Slaxx (2021) – Movie Review

Last Updated on December 21, 2021

PLOT: During an overnight retrofit at a popular clothing store, a group of retail workers must survive the night against a pair of murderous pants!

LOWDOWN: Slaxx (WATCH IT HERE) stars Romane Denis as Libby, an eager and wide-eyed retail worker who’s starting her first shift at the CCC, an eco-friendly and insufferable Millennial/Gen Z inspired clothing store. It’s through her perspective that we enter the wild and wonderful world of retail and all of the minute details that make it run in the horror-comedy. As the overnight goes on, one by one, each employee succumbs to the man-eating pair of jeans, forcing Libby and her cranky co-worker Shruti (Sehar Bhojani) to go on the offense. Together they must find out what the f*ck is going on and how to stay alive.

Director Elza Kephart gives us a zany, over-the-top, and surprisingly accurate retail experience through the lens of horror-comedy. As someone who’s worked a bunch of retail in his past, I can attest to the amount of specific and correct detail put in here. Things like zone naming, staying in the said zone, and mantra-led touch bases were so on brand; it had me grinning from ear to ear. Little nuances that may go over most people’s heads fleshed out this world in such a realistic way that it made the killer pants angle far more enjoyable for me. Kephart surprised me with her sharp commentary on some of our current times’ absurdness, trust in corporate activism, and influencer stardom. All in good fun; I appreciate the sharp and witty tongue she displays here.

The CCC is a cartoonish yet true to life representation of a retail conglomerate that aims to please the public with every buzzword imaginable yet isn’t as “clean” as they’d like you to think they are. Enter the killer jeans on a path of revenge. Every character, minus Libby, is a trope of the retail world only amped up to eleven. Craig (Brett Donahue) is the store manager who’s so selfish and conniving that he actually hides the first body, so the launch still goes “as planned.” Donahue wants a raise, and the success of the launch is directly tied to it. Not even a pile of bodies and the safety of his staff will stop him from climbing the corporate ladder.

I can appreciate that Kephart matched the gore with the heightened world she created. The first kill shows off the buckets-of-blood style she is going for, and it had me cheering like a loud drunk on Saint Patrick’s Day. We get bodies chewed in half, hands cut off, and much more. More akin to the gore of Evil Dead 2, Slaxx knows its audience and knows it well. One avenue that is always a tough sell for me is comedy when mixed with horror. Not that I don’t love the classics or the contemporary hits, but I find it forced a lot of the time. Slaxx got more than a few chuckles out of me, and dammit if the coded and asinine retail talk didn’t have me pissing my pants at times. A stand-out scene has Libby awkwardly (though endearing) trying to connect with Shruti over music which goes as south as you’d expect it to nowadays. Bhojani has the dry cadence and delivery, making her probably my favorite character.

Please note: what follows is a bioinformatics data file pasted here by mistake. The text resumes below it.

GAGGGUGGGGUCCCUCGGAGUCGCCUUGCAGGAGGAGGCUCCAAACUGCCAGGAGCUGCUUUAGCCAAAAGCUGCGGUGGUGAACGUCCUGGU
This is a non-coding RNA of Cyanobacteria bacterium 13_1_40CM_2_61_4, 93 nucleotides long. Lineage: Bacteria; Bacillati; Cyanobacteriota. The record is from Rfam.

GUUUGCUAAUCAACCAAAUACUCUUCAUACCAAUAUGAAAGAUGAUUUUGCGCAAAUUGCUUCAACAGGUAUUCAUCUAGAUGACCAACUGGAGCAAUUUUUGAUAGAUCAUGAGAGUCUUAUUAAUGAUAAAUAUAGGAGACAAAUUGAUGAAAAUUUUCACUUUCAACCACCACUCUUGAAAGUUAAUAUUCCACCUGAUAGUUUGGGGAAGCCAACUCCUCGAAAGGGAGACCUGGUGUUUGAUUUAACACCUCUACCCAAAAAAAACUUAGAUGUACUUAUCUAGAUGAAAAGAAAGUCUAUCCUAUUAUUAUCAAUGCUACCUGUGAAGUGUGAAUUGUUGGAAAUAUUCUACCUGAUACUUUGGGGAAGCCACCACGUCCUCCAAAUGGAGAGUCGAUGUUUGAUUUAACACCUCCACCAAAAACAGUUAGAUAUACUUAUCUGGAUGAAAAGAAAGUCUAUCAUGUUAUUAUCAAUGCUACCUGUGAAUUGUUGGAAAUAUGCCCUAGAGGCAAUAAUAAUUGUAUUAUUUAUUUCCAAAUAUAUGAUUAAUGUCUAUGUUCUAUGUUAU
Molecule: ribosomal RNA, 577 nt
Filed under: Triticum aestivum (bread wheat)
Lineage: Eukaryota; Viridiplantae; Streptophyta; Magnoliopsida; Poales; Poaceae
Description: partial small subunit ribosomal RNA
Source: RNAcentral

Is there a downside? Well, while Slaxx does a great job at keeping things fun, there is a message that, in context, I actually like, but its delivery is way too heavy-handed. The CCC is the contemporary and virtuous corporation that social media loves, yet we find it is just as corrupt and evil as all the rest… No sh*t. The ‘why’ behind the evil pants makes logical sense (for a killer pants movie), yet this message is presented as stone-cold serious. Slaxx slows down with depressing music and tries to make a real point. It’s weird and kills the momentum of what came before. Since everything else is commented on through humorous wit, the overlining message should follow suit as well.

GORE: We get buckets of blood, bodies cut in half, and the type of over-the-top gore I love.

BOTTOM LINE: Slaxx is a wild and cheeky time that takes a ridiculous concept and runs wild with it. Elza Kephart crafts a witty, embellished, and accurate take on the retail world that’s filled to the brim with blood and gore. Surprisingly funny and at times sweet, this mixes the often clunky genre of horror and comedy into a solid story about the dangers of denim. Slaxx shows that The Horror Collective and Shudder may be the perfect mix for a good time. The Iceman says, check this one out!

SLAXX will stream exclusively to Shudder on March 18th in the US, UK, Ireland, Australia, and New Zealand, as well as via the Shudder offering within the AMC+ bundle where available.



Source: Arrow in the Head

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